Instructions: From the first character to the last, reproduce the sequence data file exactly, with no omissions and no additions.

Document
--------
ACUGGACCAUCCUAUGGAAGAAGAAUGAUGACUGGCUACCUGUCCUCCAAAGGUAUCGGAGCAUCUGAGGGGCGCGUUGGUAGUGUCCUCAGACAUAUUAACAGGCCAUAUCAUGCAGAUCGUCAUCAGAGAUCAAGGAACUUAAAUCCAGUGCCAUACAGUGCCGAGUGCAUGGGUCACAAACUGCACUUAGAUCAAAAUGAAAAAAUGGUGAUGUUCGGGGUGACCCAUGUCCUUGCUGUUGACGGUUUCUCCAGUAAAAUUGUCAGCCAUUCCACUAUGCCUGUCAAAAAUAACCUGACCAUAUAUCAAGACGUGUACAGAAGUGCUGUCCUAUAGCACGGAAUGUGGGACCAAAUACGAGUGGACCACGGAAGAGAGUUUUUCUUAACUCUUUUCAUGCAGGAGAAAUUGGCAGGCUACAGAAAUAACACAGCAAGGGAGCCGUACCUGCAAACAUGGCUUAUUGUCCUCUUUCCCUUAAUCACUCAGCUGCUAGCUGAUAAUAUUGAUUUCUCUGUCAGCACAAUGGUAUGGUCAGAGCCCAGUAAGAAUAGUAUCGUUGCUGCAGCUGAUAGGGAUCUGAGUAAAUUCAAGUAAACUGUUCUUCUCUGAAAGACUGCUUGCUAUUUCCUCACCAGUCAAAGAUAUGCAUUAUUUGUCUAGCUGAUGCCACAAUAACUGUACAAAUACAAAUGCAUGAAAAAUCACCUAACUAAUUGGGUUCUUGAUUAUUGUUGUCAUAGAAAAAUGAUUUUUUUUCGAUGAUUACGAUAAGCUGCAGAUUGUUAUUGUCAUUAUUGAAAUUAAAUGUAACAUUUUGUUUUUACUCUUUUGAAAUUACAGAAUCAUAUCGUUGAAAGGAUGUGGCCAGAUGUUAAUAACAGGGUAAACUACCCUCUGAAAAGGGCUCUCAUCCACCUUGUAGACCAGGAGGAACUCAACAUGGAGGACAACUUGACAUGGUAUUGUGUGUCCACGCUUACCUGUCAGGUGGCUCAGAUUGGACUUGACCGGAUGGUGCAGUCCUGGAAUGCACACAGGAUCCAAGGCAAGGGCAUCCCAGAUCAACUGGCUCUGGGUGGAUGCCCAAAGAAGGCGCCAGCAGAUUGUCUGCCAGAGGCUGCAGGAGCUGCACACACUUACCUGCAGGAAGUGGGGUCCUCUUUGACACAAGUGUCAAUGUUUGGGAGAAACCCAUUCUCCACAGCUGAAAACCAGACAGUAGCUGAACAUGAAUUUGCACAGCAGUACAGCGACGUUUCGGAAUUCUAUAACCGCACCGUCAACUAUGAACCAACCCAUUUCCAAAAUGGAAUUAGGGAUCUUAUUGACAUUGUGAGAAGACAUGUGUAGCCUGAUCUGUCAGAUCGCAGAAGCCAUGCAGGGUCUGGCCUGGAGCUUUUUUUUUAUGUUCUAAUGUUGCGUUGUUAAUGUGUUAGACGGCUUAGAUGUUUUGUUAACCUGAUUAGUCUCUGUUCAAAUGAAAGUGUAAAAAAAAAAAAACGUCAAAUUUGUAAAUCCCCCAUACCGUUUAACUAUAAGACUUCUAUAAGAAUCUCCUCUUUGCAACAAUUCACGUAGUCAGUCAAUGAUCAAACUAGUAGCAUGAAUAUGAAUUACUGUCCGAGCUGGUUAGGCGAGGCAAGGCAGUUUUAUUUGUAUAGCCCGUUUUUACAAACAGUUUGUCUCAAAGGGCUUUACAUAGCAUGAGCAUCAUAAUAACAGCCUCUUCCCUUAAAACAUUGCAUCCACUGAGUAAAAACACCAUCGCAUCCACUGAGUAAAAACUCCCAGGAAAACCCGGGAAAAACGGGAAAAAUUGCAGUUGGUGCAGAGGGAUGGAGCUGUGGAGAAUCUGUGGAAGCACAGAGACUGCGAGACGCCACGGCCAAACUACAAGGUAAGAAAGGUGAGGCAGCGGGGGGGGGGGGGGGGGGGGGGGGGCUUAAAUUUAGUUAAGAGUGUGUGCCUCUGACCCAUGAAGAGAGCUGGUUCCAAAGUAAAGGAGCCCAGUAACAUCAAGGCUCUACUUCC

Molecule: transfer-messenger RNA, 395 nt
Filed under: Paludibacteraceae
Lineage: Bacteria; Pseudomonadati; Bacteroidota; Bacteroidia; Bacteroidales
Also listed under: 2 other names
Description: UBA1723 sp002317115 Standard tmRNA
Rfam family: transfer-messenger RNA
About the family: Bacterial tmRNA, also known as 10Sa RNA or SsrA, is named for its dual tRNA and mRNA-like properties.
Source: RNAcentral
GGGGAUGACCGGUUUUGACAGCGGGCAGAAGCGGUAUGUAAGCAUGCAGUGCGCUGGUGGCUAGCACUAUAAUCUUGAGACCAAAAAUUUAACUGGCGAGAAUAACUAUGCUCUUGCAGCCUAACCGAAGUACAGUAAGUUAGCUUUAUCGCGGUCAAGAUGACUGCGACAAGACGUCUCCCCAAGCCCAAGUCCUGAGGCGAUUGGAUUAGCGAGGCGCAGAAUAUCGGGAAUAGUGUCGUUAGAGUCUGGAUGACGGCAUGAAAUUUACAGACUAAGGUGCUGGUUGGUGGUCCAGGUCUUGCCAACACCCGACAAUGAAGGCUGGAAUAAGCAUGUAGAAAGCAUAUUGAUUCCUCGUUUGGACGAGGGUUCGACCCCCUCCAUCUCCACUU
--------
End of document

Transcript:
ACUGGACCAUCCUAUGGAAGAAGAAUGAUGACUGGCUACCUGUCCUCCAAAGGUAUCGGAGCAUCUGAGGGGCGCGUUGGUAGUGUCCUCAGACAUAUUAACAGGCCAUAUCAUGCAGAUCGUCAUCAGAGAUCAAGGAACUUAAAUCCAGUGCCAUACAGUGCCGAGUGCAUGGGUCACAAACUGCACUUAGAUCAAAAUGAAAAAAUGGUGAUGUUCGGGGUGACCCAUGUCCUUGCUGUUGACGGUUUCUCCAGUAAAAUUGUCAGCCAUUCCACUAUGCCUGUCAAAAAUAACCUGACCAUAUAUCAAGACGUGUACAGAAGUGCUGUCCUAUAGCACGGAAUGUGGGACCAAAUACGAGUGGACCACGGAAGAGAGUUUUUCUUAACUCUUUUCAUGCAGGAGAAAUUGGCAGGCUACAGAAAUAACACAGCAAGGGAGCCGUACCUGCAAACAUGGCUUAUUGUCCUCUUUCCCUUAAUCACUCAGCUGCUAGCUGAUAAUAUUGAUUUCUCUGUCAGCACAAUGGUAUGGUCAGAGCCCAGUAAGAAUAGUAUCGUUGCUGCAGCUGAUAGGGAUCUGAGUAAAUUCAAGUAAACUGUUCUUCUCUGAAAGACUGCUUGCUAUUUCCUCACCAGUCAAAGAUAUGCAUUAUUUGUCUAGCUGAUGCCACAAUAACUGUACAAAUACAAAUGCAUGAAAAAUCACCUAACUAAUUGGGUUCUUGAUUAUUGUUGUCAUAGAAAAAUGAUUUUUUUUCGAUGAUUACGAUAAGCUGCAGAUUGUUAUUGUCAUUAUUGAAAUUAAAUGUAACAUUUUGUUUUUACUCUUUUGAAAUUACAGAAUCAUAUCGUUGAAAGGAUGUGGCCAGAUGUUAAUAACAGGGUAAACUACCCUCUGAAAAGGGCUCUCAUCCACCUUGUAGACCAGGAGGAACUCAACAUGGAGGACAACUUGACAUGGUAUUGUGUGUCCACGCUUACCUGUCAGGUGGCUCAGAUUGGACUUGACCGGAUGGUGCAGUCCUGGAAUGCACACAGGAUCCAAGGCAAGGGCAUCCCAGAUCAACUGGCUCUGGGUGGAUGCCCAAAGAAGGCGCCAGCAGAUUGUCUGCCAGAGGCUGCAGGAGCUGCACACACUUACCUGCAGGAAGUGGGGUCCUCUUUGACACAAGUGUCAAUGUUUGGGAGAAACCCAUUCUCCACAGCUGAAAACCAGACAGUAGCUGAACAUGAAUUUGCACAGCAGUACAGCGACGUUUCGGAAUUCUAUAACCGCACCGUCAACUAUGAACCAACCCAUUUCCAAAAUGGAAUUAGGGAUCUUAUUGACAUUGUGAGAAGACAUGUGUAGCCUGAUCUGUCAGAUCGCAGAAGCCAUGCAGGGUCUGGCCUGGAGCUUUUUUUUUAUGUUCUAAUGUUGCGUUGUUAAUGUGUUAGACGGCUUAGAUGUUUUGUUAACCUGAUUAGUCUCUGUUCAAAUGAAAGUGUAAAAAAAAAAAAACGUCAAAUUUGUAAAUCCCCCAUACCGUUUAACUAUAAGACUUCUAUAAGAAUCUCCUCUUUGCAACAAUUCACGUAGUCAGUCAAUGAUCAAACUAGUAGCAUGAAUAUGAAUUACUGUCCGAGCUGGUUAGGCGAGGCAAGGCAGUUUUAUUUGUAUAGCCCGUUUUUACAAACAGUUUGUCUCAAAGGGCUUUACAUAGCAUGAGCAUCAUAAUAACAGCCUCUUCCCUUAAAACAUUGCAUCCACUGAGUAAAAACACCAUCGCAUCCACUGAGUAAAAACUCCCAGGAAAACCCGGGAAAAACGGGAAAAAUUGCAGUUGGUGCAGAGGGAUGGAGCUGUGGAGAAUCUGUGGAAGCACAGAGACUGCGAGACGCCACGGCCAAACUACAAGGUAAGAAAGGUGAGGCAGCGGGGGGGGGGGGGGGGGGGGGGGGGCUUAAAUUUAGUUAAGAGUGUGUGCCUCUGACCCAUGAAGAGAGCUGGUUCCAAAGUAAAGGAGCCCAGUAACAUCAAGGCUCUACUUCC

Molecule: transfer-messenger RNA, 395 nt
Filed under: Paludibacteraceae
Lineage: Bacteria; Pseudomonadati; Bacteroidota; Bacteroidia; Bacteroidales
Also listed under: 2 other names
Description: UBA1723 sp002317115 Standard tmRNA
Rfam family: transfer-messenger RNA
About the family: Bacterial tmRNA, also known as 10Sa RNA or SsrA, is named for its dual tRNA and mRNA-like properties.
Source: RNAcentral
GGGGAUGACCGGUUUUGACAGCGGGCAGAAGCGGUAUGUAAGCAUGCAGUGCGCUGGUGGCUAGCACUAUAAUCUUGAGACCAAAAAUUUAACUGGCGAGAAUAACUAUGCUCUUGCAGCCUAACCGAAGUACAGUAAGUUAGCUUUAUCGCGGUCAAGAUGACUGCGACAAGACGUCUCCCCAAGCCCAAGUCCUGAGGCGAUUGGAUUAGCGAGGCGCAGAAUAUCGGGAAUAGUGUCGUUAGAGUCUGGAUGACGGCAUGAAAUUUACAGACUAAGGUGCUGGUUGGUGGUCCAGGUCUUGCCAACACCCGACAAUGAAGGCUGGAAUAAGCAUGUAGAAAGCAUAUUGAUUCCUCGUUUGGACGAGGGUUCGACCCCCUCCAUCUCCACUU